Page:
Stolper-Samuelson Theorem Research Paper

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In 1941 Wolfgang Stolper (1912-2002) and Paul Samuelson (b. 1915) put forward a proposition relating changes in the real incomes of workers and of capitalists to changes in the level of protection from import competition. They showed that lowering protection lowered the real income of the scarce factor used intensively in the import-competing sector and raised the real income of the other factor. Previously, international economists believed that opening an economy to international trade would, by increasing the aggregate supply of goods available, enable all income earners to be better off.

Stolper and Samuelson constructed a model of an economy in which only two factors, capital and labor, are used to produce two goods. Households either own capital or supply labor. The home economy cannot change world prices, but it can change the relative price of the two goods by changing the taxes levied on the imported good. In a neoclassical economy in which prices adjust smoothly and all factors are fully employed, a change in goods prices induces a change in the real income of the households owning the factors that produce the goods so that one group of factor owners is better off and the other is worse off.

The crux of the theorem is the link between the changes in the relative price of the goods and the changes in the prices of factors thereby induced. Since 1941 other international economists have stressed that this link has nothing to do with factor scarcity or the cause of the change in goods prices, but rather that it applies generally whenever relative prices change. The importance of the theorem derives from its fundamental message that changes in goods prices necessarily create conflict between households owning different factors. A vast literature developed in response to Stolper and Samuelson seeking to generalize the theorem to a world in which there are many goods and many factors. However, unless very strong restrictions were imposed on the technology of the producers, generating general propositions linking factor income changes to goods price changes proved difficult.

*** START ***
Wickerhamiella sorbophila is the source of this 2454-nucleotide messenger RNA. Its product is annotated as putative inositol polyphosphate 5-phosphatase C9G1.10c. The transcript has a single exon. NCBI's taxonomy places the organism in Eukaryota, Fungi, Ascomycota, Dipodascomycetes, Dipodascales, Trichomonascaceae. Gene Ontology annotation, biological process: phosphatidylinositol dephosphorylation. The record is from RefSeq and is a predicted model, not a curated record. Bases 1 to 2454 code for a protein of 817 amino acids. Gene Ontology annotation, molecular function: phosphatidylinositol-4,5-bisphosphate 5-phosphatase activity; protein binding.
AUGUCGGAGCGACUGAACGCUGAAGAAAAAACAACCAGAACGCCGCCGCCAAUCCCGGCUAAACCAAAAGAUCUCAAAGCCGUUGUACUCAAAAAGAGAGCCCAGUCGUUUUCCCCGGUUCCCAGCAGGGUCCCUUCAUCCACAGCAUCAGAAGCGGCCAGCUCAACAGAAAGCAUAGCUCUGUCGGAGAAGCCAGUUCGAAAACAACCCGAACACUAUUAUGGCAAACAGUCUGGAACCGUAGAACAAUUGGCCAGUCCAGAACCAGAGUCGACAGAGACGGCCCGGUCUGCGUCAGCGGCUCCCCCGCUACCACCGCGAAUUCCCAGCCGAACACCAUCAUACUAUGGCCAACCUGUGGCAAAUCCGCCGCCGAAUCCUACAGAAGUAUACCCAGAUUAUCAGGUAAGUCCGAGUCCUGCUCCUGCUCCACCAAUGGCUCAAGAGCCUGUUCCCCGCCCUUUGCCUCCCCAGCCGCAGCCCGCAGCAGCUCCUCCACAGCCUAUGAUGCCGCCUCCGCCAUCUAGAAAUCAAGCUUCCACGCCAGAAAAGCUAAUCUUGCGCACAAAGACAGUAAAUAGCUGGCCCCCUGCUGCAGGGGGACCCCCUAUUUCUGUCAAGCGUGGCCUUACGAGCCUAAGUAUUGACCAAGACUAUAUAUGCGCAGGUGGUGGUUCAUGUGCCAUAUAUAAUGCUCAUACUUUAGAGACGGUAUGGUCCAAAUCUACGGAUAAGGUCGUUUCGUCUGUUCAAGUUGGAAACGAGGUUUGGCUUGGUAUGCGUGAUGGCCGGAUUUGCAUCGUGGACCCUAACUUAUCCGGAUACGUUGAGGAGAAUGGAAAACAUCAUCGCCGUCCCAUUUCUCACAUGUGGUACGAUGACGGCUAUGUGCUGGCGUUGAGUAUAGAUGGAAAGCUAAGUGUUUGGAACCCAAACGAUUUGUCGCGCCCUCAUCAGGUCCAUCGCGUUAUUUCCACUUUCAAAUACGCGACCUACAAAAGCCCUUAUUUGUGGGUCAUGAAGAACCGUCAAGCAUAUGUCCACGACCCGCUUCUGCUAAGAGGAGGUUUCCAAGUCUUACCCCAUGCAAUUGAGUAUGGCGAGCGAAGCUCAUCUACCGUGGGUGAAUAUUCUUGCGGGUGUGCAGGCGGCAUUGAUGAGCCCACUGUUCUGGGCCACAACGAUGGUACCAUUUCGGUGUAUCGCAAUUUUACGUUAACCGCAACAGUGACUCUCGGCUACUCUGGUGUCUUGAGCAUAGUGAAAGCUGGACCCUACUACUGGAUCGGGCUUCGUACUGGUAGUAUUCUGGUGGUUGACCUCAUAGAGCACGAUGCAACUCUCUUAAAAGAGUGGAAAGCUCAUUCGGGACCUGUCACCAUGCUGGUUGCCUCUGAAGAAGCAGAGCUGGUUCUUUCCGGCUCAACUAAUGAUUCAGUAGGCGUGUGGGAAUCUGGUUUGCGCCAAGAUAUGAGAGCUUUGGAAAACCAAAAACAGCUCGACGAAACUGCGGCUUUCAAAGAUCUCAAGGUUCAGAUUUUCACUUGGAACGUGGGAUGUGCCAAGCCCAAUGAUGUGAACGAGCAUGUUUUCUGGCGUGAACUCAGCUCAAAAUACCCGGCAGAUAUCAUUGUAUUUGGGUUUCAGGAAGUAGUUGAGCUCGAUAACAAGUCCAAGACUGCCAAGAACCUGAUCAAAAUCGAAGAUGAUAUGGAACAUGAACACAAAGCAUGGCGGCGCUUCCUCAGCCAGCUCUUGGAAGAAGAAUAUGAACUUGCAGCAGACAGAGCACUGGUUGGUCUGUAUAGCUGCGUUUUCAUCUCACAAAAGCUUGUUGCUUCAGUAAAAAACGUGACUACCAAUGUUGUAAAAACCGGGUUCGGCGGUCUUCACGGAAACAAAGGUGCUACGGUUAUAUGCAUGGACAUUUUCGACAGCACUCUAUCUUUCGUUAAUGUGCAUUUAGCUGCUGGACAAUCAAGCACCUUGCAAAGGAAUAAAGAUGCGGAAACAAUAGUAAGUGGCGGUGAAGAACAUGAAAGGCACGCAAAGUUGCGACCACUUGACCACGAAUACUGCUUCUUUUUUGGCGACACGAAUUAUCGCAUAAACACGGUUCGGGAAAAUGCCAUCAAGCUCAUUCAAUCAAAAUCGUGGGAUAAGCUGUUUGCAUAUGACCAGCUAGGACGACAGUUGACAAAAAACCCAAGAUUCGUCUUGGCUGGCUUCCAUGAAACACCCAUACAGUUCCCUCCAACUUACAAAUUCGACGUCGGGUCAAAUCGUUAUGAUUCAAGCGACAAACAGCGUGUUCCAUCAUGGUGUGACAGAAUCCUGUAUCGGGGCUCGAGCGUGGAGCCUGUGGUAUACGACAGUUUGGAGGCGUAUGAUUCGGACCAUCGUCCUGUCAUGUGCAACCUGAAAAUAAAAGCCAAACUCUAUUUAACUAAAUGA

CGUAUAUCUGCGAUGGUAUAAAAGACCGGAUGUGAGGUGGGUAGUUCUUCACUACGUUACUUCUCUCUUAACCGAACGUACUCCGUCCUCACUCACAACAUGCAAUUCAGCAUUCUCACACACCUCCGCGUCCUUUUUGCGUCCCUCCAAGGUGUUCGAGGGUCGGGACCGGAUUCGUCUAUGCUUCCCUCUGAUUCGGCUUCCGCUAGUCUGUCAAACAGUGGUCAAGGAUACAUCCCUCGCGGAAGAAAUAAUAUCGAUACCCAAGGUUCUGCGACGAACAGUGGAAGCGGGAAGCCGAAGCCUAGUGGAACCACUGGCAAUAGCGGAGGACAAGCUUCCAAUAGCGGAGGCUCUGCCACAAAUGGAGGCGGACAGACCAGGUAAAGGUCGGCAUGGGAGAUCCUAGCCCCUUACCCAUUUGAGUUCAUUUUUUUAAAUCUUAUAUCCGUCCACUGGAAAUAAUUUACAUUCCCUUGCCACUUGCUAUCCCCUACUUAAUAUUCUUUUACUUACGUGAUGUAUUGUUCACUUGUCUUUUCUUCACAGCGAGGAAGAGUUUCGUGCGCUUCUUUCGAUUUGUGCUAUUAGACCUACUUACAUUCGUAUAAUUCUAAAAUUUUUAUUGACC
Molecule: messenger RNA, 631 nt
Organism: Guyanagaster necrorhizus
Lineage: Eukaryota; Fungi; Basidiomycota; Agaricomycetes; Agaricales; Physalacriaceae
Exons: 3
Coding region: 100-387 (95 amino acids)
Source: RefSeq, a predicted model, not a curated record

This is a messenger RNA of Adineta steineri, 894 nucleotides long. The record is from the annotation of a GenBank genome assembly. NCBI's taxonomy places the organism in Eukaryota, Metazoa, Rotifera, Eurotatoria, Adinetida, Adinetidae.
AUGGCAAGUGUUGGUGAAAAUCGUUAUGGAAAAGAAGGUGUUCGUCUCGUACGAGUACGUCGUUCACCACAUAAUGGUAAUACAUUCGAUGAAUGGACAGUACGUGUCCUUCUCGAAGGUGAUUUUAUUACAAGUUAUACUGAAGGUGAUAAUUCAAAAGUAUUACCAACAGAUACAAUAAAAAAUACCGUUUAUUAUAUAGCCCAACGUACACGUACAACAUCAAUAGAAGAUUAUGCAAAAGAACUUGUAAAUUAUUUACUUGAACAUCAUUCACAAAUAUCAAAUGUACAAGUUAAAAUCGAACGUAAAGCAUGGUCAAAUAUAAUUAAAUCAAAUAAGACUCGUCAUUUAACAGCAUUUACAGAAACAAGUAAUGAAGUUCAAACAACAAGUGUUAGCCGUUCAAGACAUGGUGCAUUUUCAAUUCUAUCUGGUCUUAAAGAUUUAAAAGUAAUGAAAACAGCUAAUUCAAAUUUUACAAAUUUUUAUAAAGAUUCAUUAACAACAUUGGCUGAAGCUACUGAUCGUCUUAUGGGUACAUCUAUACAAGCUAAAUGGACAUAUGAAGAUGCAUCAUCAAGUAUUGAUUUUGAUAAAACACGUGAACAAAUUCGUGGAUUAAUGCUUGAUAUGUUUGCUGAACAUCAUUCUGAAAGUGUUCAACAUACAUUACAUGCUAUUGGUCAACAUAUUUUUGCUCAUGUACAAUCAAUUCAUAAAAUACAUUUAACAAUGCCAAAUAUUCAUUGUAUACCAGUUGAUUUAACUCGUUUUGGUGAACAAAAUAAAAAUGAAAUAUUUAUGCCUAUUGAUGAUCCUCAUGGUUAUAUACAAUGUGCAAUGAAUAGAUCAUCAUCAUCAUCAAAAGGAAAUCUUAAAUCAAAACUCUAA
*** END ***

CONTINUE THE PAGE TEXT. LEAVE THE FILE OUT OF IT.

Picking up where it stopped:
A later model that uses a criterion of real income change corresponding to the change in the utility of the income earner has obtained general propositions. Subject to a weak restriction that there is some diversity among households in their preferences and/or their ownership of factors, a change in any goods price will make some households better off and some worse off. Conversely, for any household there is some goods price change that will make it better off and some that will make it worse off. This generalizes the essential message of the original theorem. It shows that there are universal incentives for households to lobby government to change policies to yield benefits for them, and for other households to oppose them.

As an example, take the original Stolper-Samuelson model in which two factors produce two goods. Suppose the shares of capital and labor in the costs of producing a unit of good 1 (clothing) are 6/10 and 4/10 respectively and that the corresponding shares in producing a unit of good 2 (machinery) are 3/10 and 7/10. Thus, clothing is the good that uses a relatively labor-intensive technique of production. Then, if the price of clothing is raised by 1 percent, the wage rate of workers goes up by 2.3 percent, and the rate of return on capital goes down by 1 percent. Conversely, if the price of a unit of machinery goes up by 1 percent, the wage rate of workers goes down by 1.3 per cent, and the rate of return on capital goes up by 2 percent. As predicted by the theory, both workers or capital-owners will benefit if the price of the good which uses their factor intensively rises because of some government intervention in markets.

The theorem has applications to changes in goods prices that originate because of changes in any government taxes or policies or supply shocks. In particular, the theorem is the foundation of models of political economy that seek to explain patterns of government taxes and expenditures. It has been applied empirically to models that explain the structure of national tariffs, other taxes, subsidies, and transfers to households.


  1. Deardorff, Alan V., and Robert M. Stern, eds. 1994. The Stolper-Samuelson Theorem: A Golden Jubilee. Ann Arbor: University of Michigan Press.
  2. Lloyd, Peter J. 2000. Generalizing the Stolper-Samuelson Theorem: A Tale of Two Matrices. Review of International Economics 8 (4): 597–613.
  3. Stolper, Wolfgang F., and Paul A Samuelson. 1941. Protection and Real Wages. Review of Economic Studies 9 (1): 58–73.

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